Connect with us


Karnataka govt panel says no medical reason to continue lockdown, seeks phased withdrawal




A bust of the late Kannada actor Dr Vishnuvardhan seen with a mask during the Covid-19 lockdown, in Bengaluru Wednesday
A bust of the late Kannada actor Dr Vishnuvardhan seen with a mask during the Covid-19 lockdown, in Bengaluru Wednesday | PTI

Text Size:

Bengaluru: A high-powered expert committee appointed by the Karnataka government to chalk out an exit plan for the 21-day lockdown has said there is “no medical reason” to continue it beyond 14 April, when it’s scheduled to end. 

Headed by Dr Devi Shetty, the founder of Bengaluru-based Narayana Hrudayalaya, a chain of hospitals, the panel has recommended lifting the lockdown in phases while continuing prohibitory orders in “hotspots” (areas with multiple cases) with strict policing.

“The government should plan a phased exit at 2-weekly intervals. Covid-19 is a three-month-old disease and there is no precedence (sic) of standards to follow,” the report, accessed by ThePrint, states.

“No one can predict the ground realities at the end of two weeks, so let’s design the action plan for 2 weeks from 15 April to 30 April, 2020,” it adds.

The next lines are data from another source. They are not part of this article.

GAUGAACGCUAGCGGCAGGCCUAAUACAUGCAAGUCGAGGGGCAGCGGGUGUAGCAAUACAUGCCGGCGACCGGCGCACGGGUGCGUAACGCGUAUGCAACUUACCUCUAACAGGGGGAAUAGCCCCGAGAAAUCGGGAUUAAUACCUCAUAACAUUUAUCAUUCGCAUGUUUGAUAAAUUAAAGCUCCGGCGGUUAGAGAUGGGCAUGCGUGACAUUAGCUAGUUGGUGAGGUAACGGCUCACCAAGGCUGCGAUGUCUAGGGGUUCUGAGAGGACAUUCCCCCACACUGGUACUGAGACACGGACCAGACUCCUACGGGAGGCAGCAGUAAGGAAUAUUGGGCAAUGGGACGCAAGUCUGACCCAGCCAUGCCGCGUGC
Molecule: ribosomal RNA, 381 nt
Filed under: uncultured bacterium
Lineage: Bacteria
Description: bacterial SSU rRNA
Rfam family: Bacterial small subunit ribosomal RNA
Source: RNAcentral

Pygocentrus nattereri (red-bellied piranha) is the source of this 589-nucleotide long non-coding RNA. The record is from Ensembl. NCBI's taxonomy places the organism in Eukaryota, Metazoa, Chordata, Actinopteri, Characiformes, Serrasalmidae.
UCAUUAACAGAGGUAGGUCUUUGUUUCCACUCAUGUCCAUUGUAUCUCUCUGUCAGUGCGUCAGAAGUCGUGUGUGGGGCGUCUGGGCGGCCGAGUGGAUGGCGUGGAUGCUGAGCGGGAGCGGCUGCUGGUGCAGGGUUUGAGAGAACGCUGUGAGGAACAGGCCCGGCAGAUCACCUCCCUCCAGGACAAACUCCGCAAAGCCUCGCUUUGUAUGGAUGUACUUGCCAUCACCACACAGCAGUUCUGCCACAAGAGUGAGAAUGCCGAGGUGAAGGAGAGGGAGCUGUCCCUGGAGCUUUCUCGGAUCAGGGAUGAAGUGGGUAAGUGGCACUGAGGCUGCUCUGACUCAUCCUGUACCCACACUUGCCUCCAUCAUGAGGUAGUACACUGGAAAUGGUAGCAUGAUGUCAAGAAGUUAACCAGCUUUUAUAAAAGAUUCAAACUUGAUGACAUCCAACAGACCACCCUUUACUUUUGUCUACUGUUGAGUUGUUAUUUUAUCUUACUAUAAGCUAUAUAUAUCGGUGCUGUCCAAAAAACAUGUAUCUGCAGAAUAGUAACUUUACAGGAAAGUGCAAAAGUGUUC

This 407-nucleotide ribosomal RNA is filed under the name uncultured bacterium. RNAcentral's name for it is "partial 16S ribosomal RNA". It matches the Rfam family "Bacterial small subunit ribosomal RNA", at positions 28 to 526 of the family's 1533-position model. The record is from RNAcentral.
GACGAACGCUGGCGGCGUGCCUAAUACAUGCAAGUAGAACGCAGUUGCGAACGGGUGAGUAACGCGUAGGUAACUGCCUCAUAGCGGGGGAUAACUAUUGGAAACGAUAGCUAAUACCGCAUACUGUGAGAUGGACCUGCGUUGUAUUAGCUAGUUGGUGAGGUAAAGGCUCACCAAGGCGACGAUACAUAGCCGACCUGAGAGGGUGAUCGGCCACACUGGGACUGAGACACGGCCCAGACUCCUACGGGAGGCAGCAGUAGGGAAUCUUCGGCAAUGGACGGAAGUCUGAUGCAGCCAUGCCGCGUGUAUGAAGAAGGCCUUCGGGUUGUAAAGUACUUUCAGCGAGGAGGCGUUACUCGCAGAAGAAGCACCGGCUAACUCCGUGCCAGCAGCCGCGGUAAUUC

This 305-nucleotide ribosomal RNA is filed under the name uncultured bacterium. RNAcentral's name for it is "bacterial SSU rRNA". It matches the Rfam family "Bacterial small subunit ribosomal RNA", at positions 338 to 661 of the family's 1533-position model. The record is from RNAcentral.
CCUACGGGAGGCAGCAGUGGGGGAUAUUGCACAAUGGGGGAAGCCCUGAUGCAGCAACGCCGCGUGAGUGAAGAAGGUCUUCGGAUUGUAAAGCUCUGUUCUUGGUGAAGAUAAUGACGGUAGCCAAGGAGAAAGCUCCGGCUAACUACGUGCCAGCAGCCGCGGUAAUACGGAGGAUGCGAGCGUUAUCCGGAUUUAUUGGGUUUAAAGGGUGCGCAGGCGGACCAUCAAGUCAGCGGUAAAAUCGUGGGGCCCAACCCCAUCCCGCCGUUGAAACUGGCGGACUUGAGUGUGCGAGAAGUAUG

The five-member panel submitted its report to the Karnataka government Wednesday evening. An official in the Karnataka Chief Minister’s Office said the panel’s suggestions were being taken into consideration by the B.S. Yediyurappa cabinet and a decision will be arrived at by Thursday. 

However, state Health Minister B. Sriramulu has thrown his weight behind the idea of an extended lockdown, telling ThePrint that the Covid-19 situation in the state is still not under control. 

Also Read: Modi must not extend lockdown. Economy won’t survive on ventilator for long

What the panel has recommended

According to the panel, lifting the lockdown in a phase-wise manner will instil confidence among people, prevent public frustration and secure livelihoods.

It has asked information technology and business technology firms and other commercial establishments to encourage work from home, while allowing 50 per cent of the workforce to return to offices.